The demand for people with the right technical skills is complicated by the fact that most of the brigade’s units are almost continuously employed. Intelligence and Influence Activities (IA) personnel are permanently embedded and train with 1st Canadian Division headquarters and in organizations like the Joint All-Source Intelligence Centre, while members of 4th Artillery Regiment (GS) are either embedded with the brigade on operations or the brigade on the road to high readiness. In particular, the intelligence, surveillance and reconnaissance capabilities of the nascent CU172 Blackjack SUAS will almost certainly be a mandatory requirement for deployed commanders. The regiment, however, has just one system of five aircraft and ground stations at the moment.
“I think that is a peculiarity of CCSB – we are continuously in high readiness,” said LaFortune. “That’s okay as long as we understand that we can only do so much with what we have. We have to understand that if we are going to do concurrent missions with these enablers, we can only sustain that for so long. These are issues that are reflected within the brigade and in each unit.”
At present, CCSB has around 60 personnel deployed on operations in Latvia, Iraq, Africa, and elsewhere. “We don’t have significant troops deployed on a rotational basis as we did in Afghanistan, it is much smaller packaging, but all units have at least a couple deployed,” he said.
With the brigade now well established, the next step is collective training. Each unit, of course, trains regularly on its own and often with the mechanized brigade groups, but up until recently there have been few opportunities to collaborate together. In November, a number of the enablers were added to Exercise Nihilo Sapper, an annual 4th Engineering Support Regiment exercise in Atlantic Canada, marking the first brigade-like exercise.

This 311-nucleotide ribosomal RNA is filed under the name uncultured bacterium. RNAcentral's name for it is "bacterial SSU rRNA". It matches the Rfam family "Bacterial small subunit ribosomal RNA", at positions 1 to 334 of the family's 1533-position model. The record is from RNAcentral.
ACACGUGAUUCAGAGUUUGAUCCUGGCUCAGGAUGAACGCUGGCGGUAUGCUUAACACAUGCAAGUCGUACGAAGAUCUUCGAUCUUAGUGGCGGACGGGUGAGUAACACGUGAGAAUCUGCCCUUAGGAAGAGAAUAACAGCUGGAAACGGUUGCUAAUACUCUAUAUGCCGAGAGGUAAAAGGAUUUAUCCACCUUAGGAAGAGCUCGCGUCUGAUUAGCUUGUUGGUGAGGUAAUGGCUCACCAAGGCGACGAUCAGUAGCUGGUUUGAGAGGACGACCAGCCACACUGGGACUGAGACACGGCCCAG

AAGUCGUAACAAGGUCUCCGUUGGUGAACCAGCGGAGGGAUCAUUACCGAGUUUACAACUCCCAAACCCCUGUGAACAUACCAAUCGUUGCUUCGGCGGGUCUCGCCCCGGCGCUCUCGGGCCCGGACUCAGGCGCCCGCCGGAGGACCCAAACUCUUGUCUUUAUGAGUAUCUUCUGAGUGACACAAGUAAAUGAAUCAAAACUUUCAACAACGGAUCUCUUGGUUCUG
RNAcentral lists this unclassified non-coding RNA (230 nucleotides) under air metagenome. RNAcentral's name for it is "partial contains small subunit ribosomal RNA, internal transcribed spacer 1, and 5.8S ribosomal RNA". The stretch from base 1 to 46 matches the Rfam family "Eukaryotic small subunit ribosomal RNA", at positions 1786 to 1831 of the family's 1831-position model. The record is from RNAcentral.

“An evolution of collective training of enablers will result in better packaging, which will then result in better force employment,” said LaFortune. “If folks who are part of the same brigade get to know each other early on in the mission and build that understanding of who does what within the brigade, it will help build a bit of corporate knowledge of who they are and what they do collectively.”
In that vein, Smith is leading an effort to develop a brigade badge to help build a more recognized brand. However, where other brigades are identified by grounded animals like the ram, bear and lion, CCSB has selected the peregrine falcon.
“What we do transcends the battlefield and encompasses the whole battlespace, including the information environment,” said LaFortune,” so we decided on a native Canadian bird that is not land-bound.”
The falcon could soon be on display at venues such as Exercise Maple Resolve when the X-Men of Canadian Combat Support Brigade bring their unique talents – SUAS, medium range radars, EW, intelligence and engineer assets – to a brigade exercise.